'Have some guts'

INCIRLIK AIR BASE, Turkey -- All calls. We've all been to them, standing in a hangar or auditorium listening to someone with much more rank than us often because it was a mandatory function rather than because of a burning desire to hear the speaker's words of wisdom. Any Airman can probably give the top two or three takeaways from just about any all call, because they're almost inevitably the same - "Have a plan. Don't drink and drive. Sexual assault will not be tolerated in the Air Force. Don't be that guy."

You've probably thought in the waning moments of one of those forums, "I sure wish 'that guy' would stop being stupid so we don't have to be told the same things over and over. I'm not that guy!"

Or are you? I know I've thought that before. But in reality, I have been that guy. Not the stumbling drunk trying to drive his car or the sexual predator preying upon a fellow Airman, but definitely the guy who said nothing when he should have.

Col. Chris Craige, 39th Air Base Wing commander recently stated while discussing sexual assault that we need to take care of each other and respect ourselves and others around us.

That's the key. R-e-s-p-e-c-t, it's so much more than a song. But, what does it look like in real life?

I can tell you what it doesn't look like. It's certainly not the couple of Airmen I overheard in the shoppette on a recent weekend evening recounting their latest acts of drunken stupidity while perusing the liquor aisle in preparation for another night of intoxication. And, humbling as it is to admit, it's not me standing nearby saying nothing.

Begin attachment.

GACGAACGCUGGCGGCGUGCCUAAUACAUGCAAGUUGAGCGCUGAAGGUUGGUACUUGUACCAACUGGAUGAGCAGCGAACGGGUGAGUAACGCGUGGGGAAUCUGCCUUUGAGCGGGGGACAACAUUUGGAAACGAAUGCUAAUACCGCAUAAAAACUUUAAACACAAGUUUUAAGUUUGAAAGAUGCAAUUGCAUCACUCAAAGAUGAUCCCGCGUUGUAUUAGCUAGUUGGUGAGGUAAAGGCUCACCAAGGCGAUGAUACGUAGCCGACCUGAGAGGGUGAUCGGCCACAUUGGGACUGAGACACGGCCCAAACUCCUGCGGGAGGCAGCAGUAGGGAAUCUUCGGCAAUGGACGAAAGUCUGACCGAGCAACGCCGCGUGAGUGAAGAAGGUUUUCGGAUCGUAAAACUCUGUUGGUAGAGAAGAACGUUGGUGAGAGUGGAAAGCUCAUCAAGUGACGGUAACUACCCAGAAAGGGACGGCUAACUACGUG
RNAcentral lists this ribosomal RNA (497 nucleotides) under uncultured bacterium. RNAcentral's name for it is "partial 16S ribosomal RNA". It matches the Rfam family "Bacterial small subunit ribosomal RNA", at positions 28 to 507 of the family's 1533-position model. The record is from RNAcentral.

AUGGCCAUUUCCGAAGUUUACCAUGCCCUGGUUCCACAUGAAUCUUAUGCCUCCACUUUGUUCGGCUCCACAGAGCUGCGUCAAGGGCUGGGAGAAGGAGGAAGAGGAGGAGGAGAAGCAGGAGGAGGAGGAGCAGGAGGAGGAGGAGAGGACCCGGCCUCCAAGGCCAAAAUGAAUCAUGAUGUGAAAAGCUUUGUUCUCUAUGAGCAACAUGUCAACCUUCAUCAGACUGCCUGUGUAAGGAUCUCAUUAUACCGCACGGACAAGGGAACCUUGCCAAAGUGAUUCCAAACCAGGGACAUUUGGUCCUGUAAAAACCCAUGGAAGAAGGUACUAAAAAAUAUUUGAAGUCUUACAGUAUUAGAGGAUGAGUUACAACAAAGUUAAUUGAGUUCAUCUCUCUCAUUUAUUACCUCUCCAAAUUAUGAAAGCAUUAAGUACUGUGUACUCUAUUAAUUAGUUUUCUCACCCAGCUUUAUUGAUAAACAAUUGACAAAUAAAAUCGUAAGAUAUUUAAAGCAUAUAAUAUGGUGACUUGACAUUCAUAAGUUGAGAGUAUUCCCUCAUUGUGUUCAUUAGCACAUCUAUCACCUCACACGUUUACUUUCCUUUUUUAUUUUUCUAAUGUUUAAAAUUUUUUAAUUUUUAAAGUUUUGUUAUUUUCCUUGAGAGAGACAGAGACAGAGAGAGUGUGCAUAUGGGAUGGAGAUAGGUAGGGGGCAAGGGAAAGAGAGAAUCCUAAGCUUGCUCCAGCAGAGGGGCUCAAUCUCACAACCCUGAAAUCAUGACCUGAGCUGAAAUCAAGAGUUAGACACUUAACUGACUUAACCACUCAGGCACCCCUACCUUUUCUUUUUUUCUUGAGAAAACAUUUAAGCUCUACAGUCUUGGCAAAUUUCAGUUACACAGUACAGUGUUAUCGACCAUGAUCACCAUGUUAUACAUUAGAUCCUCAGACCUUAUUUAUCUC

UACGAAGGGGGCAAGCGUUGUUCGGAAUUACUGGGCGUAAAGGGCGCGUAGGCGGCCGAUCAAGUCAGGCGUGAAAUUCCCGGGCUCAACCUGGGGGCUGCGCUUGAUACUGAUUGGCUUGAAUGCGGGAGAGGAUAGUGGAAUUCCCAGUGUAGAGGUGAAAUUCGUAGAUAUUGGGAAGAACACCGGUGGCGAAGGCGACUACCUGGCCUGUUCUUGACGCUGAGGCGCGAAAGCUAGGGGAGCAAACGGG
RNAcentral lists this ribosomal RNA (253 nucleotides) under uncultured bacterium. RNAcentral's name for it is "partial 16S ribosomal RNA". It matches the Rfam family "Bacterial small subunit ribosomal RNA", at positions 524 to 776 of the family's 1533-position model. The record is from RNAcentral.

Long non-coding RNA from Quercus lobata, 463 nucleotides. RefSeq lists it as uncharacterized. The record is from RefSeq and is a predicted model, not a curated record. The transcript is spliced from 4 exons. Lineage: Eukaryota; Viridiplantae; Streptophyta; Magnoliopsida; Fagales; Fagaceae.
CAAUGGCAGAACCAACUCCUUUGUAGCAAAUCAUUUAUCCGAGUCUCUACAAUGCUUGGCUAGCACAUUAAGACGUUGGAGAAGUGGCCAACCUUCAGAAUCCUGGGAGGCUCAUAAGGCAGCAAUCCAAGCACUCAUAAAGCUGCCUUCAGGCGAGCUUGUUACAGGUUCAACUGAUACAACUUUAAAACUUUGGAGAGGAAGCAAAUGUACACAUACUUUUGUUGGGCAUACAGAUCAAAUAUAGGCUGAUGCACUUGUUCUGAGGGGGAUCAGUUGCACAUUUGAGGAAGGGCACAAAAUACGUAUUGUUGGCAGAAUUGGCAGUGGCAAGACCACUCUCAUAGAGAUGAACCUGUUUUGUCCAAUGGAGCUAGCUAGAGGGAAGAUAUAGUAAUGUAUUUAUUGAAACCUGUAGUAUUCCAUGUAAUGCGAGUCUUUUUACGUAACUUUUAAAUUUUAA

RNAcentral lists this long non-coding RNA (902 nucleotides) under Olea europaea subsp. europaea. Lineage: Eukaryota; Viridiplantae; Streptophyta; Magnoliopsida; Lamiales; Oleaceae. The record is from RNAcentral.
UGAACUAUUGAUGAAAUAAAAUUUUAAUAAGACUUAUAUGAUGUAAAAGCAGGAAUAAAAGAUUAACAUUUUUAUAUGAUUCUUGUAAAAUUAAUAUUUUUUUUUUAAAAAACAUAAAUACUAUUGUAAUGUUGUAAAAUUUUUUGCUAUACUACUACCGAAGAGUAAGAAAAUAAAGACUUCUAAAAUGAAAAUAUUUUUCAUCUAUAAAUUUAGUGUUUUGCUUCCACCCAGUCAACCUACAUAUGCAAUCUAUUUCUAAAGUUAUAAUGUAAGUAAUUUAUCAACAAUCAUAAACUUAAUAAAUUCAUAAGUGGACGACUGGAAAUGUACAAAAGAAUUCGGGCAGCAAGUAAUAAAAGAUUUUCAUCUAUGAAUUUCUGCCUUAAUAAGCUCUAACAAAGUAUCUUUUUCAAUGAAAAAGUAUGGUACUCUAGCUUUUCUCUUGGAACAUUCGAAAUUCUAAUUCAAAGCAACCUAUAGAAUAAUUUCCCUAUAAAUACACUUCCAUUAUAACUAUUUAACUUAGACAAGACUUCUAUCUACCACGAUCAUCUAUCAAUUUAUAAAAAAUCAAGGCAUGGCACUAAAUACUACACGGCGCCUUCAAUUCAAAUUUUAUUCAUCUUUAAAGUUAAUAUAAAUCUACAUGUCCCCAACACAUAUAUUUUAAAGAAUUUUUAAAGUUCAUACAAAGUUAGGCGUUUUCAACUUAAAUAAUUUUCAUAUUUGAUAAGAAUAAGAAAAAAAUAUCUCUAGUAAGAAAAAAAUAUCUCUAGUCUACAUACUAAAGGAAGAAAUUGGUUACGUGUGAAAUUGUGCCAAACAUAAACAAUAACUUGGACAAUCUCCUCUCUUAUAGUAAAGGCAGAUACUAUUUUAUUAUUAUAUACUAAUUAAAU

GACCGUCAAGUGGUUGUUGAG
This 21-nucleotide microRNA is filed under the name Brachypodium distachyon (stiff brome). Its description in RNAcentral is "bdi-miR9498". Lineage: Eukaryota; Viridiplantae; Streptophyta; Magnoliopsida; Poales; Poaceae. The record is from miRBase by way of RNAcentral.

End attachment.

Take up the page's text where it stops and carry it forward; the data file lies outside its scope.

What would have been accomplished by speaking up? An uncomfortable confrontation between three military members who didn't know each other's rank? Maybe. But it's not about position. It's not about feeling awkward. It's about respecting them, myself and whomever else their planned inebriation might affect. It's about reinforcing a culture of responsibility and respect at every opportunity.

Recent data indicates there will be approximately 700 reported sexual assaults this year in the Air Force.

Ask yourself, "was there something I could have done to make that number 699?" Think back to that one night, that one time when the hair stood up on your neck and for a moment you thought, "This might not end well." What could you have done to not be "that guy"?

Gen. Philip M. Breedlove, U.S. Air Forces in Europe and Air Forces Africa commander, made a visit to Incirlik Air Base, Turkey this November, and he gave some clear direction on how to not be "that guy" - be a sensor, and intervene!

He challenged us to "have the guts" to confront our fellow Airmen or contact our chain of command when something doesn't look right and to do it before we have another tragedy.

Be a hero. Have some guts and don't be "that guy."